Emulation Rambler Table of Contents %%%%%%%%%%%%%%%%%%%%%%%%%%%%%%%%%%%%%%%%%%%%%%%%%%%%%%%%%%%%%%%%%%%%%%%%%%% %% Emulation Rambler By Jason Compton %% %% ( %% %%%%%%%%%%%%%%%%%%%%%%%%%%%%%%%%%%%%%%%%%%%%%%%%%%%%%%%%%%%%%%%%%%%%%%%%%%% ] Welcome back, emulation fans. I'll delve into Emplant Part Four, with some 4.0 and some A-Max updates... Emplant Updates and a Quicker Way --------------------------------- Emplant V4.0 is out, with the long-promised Amiga serial support. I don't have it up and running yet. There have been the usual installation problems, but that's usual. L. Todd Masco has set up a mailing list for the new updates. To get on the list, send some mail to There are over 60 people on the list now and 4.0 IS mailing. Something got garbled in my copy, however, which is why I don't have it yet. The mailings are pretty fast. I got it Tuesday, and I heard about it no earlier than this past Sunday. It's considerably easier than trying to get through to Utilities Unlimited's BBS. Benchmarks! Yeah! ------------------ I turn my column over to Mauricio Piacentini for a time, who has been instrumental in providing me with benchmarks and reviewing Emplant-run software I can't get my hands on (you'll see that momentarily) For now, here are his Speedometer readings for an Amiga 4000/040 with EGS Spectrum board and Mac emulation software V3.91. I'll include the entire list, since it's the only one this issue...ready? System Information: Computer: Mac Quadra 900 CPU: MC68040 FPU: Integral FPU MMU: Mac II AMU Color Quickdraw: 2.30 (32 Bit QD) System Version: 7.1.6 Finder Version: 7.1 AppleTalk Version: Not Loaded LaserWriter Version: Not Found StyleWriter Version:Not Found ImageWriter Version: Not Found ROM Version: $0178 ROM Size: 256 Bit Depth: 8 Horizontal DPI: 72 Vertical DPI: 72 Primary Screen Size: 640 x 480 Physical RAM: 14336K Logical RAM: 14336K Addressing Mode: 32 bit Alias Manager: Present Apple Events: Present Comm. Toolbox: 7.1.6 Script Manager: 7.1.6 Text Edit: Version 5 Time Manager: Version 3 (Extended) P.R. Results (Uses Mac Classic as 1.0): CPU: 14.416 Graphics: 4.557 Disk: 2.872 Name of Hard Disk tested: MACDiskao Math: 113.936 Performance Rating (OLD PR): 19.102 Performance Rating (NEW PR): 6.094 Benchmark Results (Uses Mac Classic as 1.0): KWhetstones: 1666.666 228.310 Dhrystones: 18072.289 18.548 Towers: 17.828 QuickSort: 15.147 Bubble Sort: 17.234 Queens: 18.320 Puzzle: 19.485 Permutations: 19.543 Fast Fourier: 158.662 F.P. Matrix Multiply: 120.129 Integer Matrix Multiply: 18.413 Sieve: 12.889 Benchmark Average: 55.376 FPU Tests (Uses Mac II as 1.0): FFPU Fast Fourier: 8.944 FPU KWhetstones: 3749.999 5.250 FPU F.P. Matrix Mult.: 7.166 FPU Test Average: 7.120 Color Tests (Uses Mac II as 1.0): Black & White: 0.000 4 Colors: 0.000 16 Colors: 0.000 256 Colors: 2.138 Color Test Average: 2.138 ] Just to recap, when I last posted his results under I believe Emplant 3.4, the CPU rating was .3 lower and the Math rating was 40 points lower. Not too bad of an improvement, I'm led to say. One thing that puzzles me is that the FPU average is actually LOWER this time, at 7.12 compared to the previous 7.336. Strange. Perhaps the FPU routines were not improved at the expense of better regular math routines. I can't say. Any theories? A program that doesn't work! ---------------------------- I've actually found a program that just does not work with any acceptable functionality on the Emplant: Graphical Analysis by Vernier Software. It's basically a small program which allows you to enter data and plot it on a few different types of graphs. The problem is that all of the data gets garbage tacked onto the end of it. The result is unacceptable. The copyright date is 1991, so I cannot be sure if it is a System 7.1 or 32- bit addressing conflict. I can't verify either from Emplant (24-bit mode eludes me), but I do know it runs on A-Max II under System 6.0.5. It also works on "real" Macs under 6.0.7, and I am almost positive I have seen it on System 7. More Mauricio! -------------- I admit, I have been falling a little behind in terms of getting more Mac programs to test out. I promise this will improve, and I won't hesitate to update you on new programs I encounter even after the Emplant/A-Max IV series has ended. Mauricio comes to my rescue with some information on programs I wouldn't have much chance of rounding up on my own... Adobe Photoshop 2.5: "Performs flawlessly with Emplant 3.91, and it's very fast...24-bit modes are too slow to use, except for a quick view of your work-in-progress." (he does say that 256 is usable). Fractal Painter 2.0: "A strange bug: it can only be used one time! When it quits, it tries to write something to the file 'Painter settings', and this file can't be used again!! The solution is to reinstall the file, or move a previous saved copy over to the corrupted one. Not very good..." After Effects 1.1: "Works solidly with Emplant." Premiere: "Quicktime editing is ok, Quicktime playback on my system is equal to a Quadra 900". Paint Alchemy Photoshop plug-in: "Crashes every time it previews something. I think this is not an Emplant problem, because Paint Alchemy crashes randomly when used with a Quadra 800, so let's not blame Jim on that." If anyone has a suggestion as to how to move large amounts of files back and forth between Emplant (we're talking faster than using the transfer utility), let him know at For that matter, let me know, so I can let everyone else know. His current plan is to use a PC-formatted Syquest cartridge and access it by both sides. Promises for the future ----------------------- I've got PageMaker coming, I've got some more games and assorted utilities to run, and I now have A-Max IV. FLASH! ------ I DO have Emplant Mac V4.0 right now. Next week will be a complete look, but for now, here's some selected bits of information from the text files in the new release: Amiga serial and back-and-forth text clipping is now supported. The new multi-os.device bugs are being hammered out. Some i/o has been improved. The menus have changed and the config screen can be iconified. Both Emplant serial ports now support AppleTalk. Chauna is Jim's wife. Finally, the best piece of news for potential Emplant buyers: Emplant now supports the original v1.1 and v1.2 256k Mac ROMs, the ones without high density support. Apparently, Mac dealers and suppliers are literally throwing these things away, and can be had for very cheap, if for anything at all. Emplant will use them and still supports high density drives. That's it for this week. Keep the emulators warm. P.S. There's also a comment in there that reads: "Special input to Denny Atkin for his input and unbiased reviews. :-)". I know who Mr. Atkin is, but I don't get the joke.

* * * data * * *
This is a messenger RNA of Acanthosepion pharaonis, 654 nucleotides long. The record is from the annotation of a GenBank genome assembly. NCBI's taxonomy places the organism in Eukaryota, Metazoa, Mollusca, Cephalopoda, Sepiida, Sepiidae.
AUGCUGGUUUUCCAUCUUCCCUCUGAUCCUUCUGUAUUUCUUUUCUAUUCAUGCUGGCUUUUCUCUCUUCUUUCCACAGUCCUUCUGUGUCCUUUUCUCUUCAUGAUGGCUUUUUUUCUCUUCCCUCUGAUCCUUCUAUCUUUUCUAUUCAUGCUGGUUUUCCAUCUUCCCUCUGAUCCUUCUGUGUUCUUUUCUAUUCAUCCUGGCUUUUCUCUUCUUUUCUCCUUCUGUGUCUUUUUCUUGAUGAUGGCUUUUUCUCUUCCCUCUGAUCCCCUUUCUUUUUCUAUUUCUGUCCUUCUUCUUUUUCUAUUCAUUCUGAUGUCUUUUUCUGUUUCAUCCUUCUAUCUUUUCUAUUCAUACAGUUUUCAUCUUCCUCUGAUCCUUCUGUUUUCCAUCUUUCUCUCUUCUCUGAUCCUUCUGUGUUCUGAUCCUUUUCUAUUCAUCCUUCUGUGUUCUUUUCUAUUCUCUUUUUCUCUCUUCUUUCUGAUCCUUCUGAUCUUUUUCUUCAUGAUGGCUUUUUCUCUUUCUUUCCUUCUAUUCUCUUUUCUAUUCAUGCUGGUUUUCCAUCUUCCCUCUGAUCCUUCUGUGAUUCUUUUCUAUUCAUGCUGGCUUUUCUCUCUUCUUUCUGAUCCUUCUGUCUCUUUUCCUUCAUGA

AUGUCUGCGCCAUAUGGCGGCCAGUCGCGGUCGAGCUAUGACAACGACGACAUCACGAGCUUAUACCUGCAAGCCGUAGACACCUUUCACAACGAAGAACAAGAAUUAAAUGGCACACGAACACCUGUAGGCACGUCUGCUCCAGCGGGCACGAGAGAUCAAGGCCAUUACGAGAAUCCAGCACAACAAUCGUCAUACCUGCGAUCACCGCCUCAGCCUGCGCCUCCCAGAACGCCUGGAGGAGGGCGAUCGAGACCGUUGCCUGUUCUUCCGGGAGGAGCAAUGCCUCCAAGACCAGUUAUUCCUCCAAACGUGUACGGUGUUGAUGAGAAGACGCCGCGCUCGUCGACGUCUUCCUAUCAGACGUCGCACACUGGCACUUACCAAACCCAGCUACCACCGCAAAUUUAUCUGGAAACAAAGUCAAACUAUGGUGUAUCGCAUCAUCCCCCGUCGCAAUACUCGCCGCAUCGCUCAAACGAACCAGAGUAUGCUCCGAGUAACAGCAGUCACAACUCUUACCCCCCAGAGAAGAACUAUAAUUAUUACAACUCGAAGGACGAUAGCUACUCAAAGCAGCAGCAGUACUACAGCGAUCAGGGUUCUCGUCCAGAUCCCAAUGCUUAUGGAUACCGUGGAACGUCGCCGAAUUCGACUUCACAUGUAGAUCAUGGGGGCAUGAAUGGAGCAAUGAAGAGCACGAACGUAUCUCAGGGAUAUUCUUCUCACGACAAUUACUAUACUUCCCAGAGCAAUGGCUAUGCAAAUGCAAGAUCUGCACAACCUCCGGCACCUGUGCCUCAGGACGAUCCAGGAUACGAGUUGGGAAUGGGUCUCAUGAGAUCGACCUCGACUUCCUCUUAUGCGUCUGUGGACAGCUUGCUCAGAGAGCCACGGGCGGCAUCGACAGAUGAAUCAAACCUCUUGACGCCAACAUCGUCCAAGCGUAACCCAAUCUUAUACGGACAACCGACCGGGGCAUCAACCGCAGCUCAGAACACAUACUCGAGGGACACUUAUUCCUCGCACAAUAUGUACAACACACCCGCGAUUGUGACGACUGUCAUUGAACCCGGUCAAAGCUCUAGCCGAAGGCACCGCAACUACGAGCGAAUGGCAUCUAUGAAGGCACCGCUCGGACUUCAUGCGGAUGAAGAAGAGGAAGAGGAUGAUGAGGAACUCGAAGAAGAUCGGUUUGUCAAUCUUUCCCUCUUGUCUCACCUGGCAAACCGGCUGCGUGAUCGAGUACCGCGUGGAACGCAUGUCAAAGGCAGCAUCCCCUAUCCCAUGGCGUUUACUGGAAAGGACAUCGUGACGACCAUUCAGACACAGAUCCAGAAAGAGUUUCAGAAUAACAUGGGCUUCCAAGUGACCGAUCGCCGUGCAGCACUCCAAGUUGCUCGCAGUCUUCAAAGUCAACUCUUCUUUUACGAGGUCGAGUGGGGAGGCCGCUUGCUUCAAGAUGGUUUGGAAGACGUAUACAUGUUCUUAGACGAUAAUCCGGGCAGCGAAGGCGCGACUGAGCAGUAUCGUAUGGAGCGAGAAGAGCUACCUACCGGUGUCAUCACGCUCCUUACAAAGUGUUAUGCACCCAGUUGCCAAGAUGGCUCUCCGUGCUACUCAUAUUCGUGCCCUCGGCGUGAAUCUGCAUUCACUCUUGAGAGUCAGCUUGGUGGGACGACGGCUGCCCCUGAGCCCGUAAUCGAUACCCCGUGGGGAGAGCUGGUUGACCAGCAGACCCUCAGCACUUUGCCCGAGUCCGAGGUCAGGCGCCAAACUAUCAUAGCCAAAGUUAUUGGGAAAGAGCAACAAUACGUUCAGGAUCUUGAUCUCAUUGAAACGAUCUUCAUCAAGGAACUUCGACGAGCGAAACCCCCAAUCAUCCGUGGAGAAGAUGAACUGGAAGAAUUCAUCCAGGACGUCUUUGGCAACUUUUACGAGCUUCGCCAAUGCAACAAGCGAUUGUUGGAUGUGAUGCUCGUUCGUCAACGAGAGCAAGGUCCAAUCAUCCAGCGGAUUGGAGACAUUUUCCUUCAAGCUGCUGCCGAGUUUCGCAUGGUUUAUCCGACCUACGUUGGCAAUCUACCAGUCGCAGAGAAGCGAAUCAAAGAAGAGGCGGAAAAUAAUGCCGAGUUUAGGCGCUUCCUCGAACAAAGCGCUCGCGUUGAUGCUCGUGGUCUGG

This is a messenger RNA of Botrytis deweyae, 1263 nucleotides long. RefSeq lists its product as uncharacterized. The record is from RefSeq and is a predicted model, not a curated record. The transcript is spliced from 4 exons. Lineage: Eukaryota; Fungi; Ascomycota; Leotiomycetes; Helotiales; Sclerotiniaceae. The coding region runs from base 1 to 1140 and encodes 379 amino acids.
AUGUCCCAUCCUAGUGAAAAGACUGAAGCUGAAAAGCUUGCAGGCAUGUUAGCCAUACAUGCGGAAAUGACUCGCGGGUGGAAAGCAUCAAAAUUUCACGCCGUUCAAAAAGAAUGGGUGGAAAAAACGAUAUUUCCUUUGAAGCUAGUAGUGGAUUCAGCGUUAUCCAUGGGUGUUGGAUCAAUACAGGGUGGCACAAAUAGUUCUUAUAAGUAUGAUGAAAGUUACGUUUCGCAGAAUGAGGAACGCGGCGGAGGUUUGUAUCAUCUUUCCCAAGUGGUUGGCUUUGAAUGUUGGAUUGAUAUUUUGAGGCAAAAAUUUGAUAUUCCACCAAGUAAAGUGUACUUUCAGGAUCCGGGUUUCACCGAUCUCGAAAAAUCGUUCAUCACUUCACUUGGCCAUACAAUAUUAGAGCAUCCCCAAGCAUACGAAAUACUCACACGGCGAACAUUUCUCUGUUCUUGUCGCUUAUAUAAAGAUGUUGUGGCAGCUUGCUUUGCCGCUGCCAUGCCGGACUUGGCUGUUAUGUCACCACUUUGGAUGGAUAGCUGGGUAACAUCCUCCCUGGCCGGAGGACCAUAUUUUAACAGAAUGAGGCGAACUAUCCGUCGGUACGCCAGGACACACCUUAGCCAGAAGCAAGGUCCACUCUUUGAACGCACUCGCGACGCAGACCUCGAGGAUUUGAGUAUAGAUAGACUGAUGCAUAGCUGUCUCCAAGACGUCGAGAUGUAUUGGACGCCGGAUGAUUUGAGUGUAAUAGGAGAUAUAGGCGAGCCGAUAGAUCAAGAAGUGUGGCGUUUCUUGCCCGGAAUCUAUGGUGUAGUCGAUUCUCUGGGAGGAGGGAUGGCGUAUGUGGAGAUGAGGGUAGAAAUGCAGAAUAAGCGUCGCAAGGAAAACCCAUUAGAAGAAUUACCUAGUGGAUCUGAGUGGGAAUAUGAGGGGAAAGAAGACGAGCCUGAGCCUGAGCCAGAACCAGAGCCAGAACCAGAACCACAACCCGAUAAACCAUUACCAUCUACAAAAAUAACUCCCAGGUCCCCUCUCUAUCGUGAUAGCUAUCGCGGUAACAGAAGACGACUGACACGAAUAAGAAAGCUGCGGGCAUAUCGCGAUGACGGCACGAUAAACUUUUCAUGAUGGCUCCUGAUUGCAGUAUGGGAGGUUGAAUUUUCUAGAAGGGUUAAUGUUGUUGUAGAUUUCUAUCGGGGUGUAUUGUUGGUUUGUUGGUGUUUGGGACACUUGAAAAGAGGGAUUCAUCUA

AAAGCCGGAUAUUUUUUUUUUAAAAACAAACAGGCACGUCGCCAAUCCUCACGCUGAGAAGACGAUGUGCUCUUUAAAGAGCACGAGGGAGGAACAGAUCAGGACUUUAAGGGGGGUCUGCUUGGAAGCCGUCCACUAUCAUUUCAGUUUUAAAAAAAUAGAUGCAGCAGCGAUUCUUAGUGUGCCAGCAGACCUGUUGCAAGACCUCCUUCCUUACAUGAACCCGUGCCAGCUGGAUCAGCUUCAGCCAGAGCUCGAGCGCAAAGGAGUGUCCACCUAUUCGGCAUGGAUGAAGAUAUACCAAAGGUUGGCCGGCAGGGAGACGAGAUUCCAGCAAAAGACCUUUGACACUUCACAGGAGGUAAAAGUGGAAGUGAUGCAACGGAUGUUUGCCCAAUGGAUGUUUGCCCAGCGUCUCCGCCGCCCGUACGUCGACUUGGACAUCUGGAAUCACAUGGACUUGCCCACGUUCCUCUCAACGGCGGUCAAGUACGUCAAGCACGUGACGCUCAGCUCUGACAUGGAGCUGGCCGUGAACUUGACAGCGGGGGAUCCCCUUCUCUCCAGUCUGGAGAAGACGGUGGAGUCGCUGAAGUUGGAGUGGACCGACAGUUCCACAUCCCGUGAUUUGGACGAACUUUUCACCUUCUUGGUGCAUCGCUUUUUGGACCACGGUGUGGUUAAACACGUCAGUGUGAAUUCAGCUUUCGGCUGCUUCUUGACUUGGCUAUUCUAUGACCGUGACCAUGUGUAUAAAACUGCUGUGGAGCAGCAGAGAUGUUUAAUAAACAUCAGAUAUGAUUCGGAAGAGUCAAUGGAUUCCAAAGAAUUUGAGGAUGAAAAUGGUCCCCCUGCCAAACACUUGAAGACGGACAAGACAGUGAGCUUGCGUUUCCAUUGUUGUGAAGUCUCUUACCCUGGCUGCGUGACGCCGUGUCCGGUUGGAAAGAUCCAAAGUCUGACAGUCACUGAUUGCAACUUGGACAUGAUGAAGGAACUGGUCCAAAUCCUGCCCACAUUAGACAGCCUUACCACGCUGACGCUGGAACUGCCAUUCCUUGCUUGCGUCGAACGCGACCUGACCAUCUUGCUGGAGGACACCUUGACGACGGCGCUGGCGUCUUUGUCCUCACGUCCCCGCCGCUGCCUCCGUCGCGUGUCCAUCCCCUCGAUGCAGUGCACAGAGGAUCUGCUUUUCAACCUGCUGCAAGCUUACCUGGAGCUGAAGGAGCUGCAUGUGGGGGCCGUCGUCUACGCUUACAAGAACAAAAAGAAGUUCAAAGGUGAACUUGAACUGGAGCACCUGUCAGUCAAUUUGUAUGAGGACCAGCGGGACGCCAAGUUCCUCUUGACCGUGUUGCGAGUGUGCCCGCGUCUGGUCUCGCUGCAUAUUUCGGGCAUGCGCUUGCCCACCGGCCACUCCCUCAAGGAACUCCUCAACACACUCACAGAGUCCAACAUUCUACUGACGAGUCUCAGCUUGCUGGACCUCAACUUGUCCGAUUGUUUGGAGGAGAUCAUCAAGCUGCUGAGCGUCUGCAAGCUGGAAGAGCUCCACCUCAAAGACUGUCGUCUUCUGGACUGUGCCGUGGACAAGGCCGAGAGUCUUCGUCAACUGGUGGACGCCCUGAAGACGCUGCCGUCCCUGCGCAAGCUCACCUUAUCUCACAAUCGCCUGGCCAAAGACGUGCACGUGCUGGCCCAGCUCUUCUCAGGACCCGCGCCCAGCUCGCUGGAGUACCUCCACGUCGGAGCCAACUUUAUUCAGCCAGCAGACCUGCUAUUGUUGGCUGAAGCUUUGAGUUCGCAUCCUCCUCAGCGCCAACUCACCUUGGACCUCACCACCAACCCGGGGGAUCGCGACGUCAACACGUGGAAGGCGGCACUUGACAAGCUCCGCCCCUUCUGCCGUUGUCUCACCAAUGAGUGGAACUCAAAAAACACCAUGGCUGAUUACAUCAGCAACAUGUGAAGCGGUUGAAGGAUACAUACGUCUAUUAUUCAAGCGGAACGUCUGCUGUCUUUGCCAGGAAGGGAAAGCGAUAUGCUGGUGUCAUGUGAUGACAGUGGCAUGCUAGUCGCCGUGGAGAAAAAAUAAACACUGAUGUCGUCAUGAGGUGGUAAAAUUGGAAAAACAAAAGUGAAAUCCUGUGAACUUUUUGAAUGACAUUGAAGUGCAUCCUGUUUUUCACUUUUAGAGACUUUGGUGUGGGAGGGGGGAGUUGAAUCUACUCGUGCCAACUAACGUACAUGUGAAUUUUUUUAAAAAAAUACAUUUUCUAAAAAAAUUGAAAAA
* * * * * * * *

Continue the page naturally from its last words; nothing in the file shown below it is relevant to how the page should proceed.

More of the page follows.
Amiga RealTime Monitor Table of Contents TITLE ARTM Amiga RealTime Monitor RELEASE 2.0 AUTHOR Franz-Josef Mertens ( SHORT A system to monitor and change system structures DESCRIPTION ARTM 2.0 (Amiga Real Time Monitor) displays and controls system activity such as tasks, windows, libraries, devices, resources, ports, residents, interrupts, vectors, memory, mounts, assigns, locks, fonts, hardware, res_cmds, semaphores a little SystemMonitor and display the last Alert. SPECIAL REQUIREMENTS ARTM requires Amigados 2.04 or higher. NEW FEATURES Function Semaphoren is added. Semaphoren could be released and or removed. The ARTM window is sizeable. Create an Onlinehelp with HELP-KEY over guide created Create an Installer script EnforcerHits removed HOST NAME AMINET (E.G. WUARCHIVE.WUSTL.EDU) DIRECTORY /PUB/AMINET/UTIL/MONI FILE NAME ARTM20.LHA - include all files (program guides etc.) PRICE ARTM is shareware. Registered versions are available for $15US or 20DM. See documentation for details. DISTRIBUTABILITY The archive are greely distributable in original and unmodified form. See documentation for details. ARTM is (C) copyright 1991-94 by Franz-Josef Mertens & D.Jansen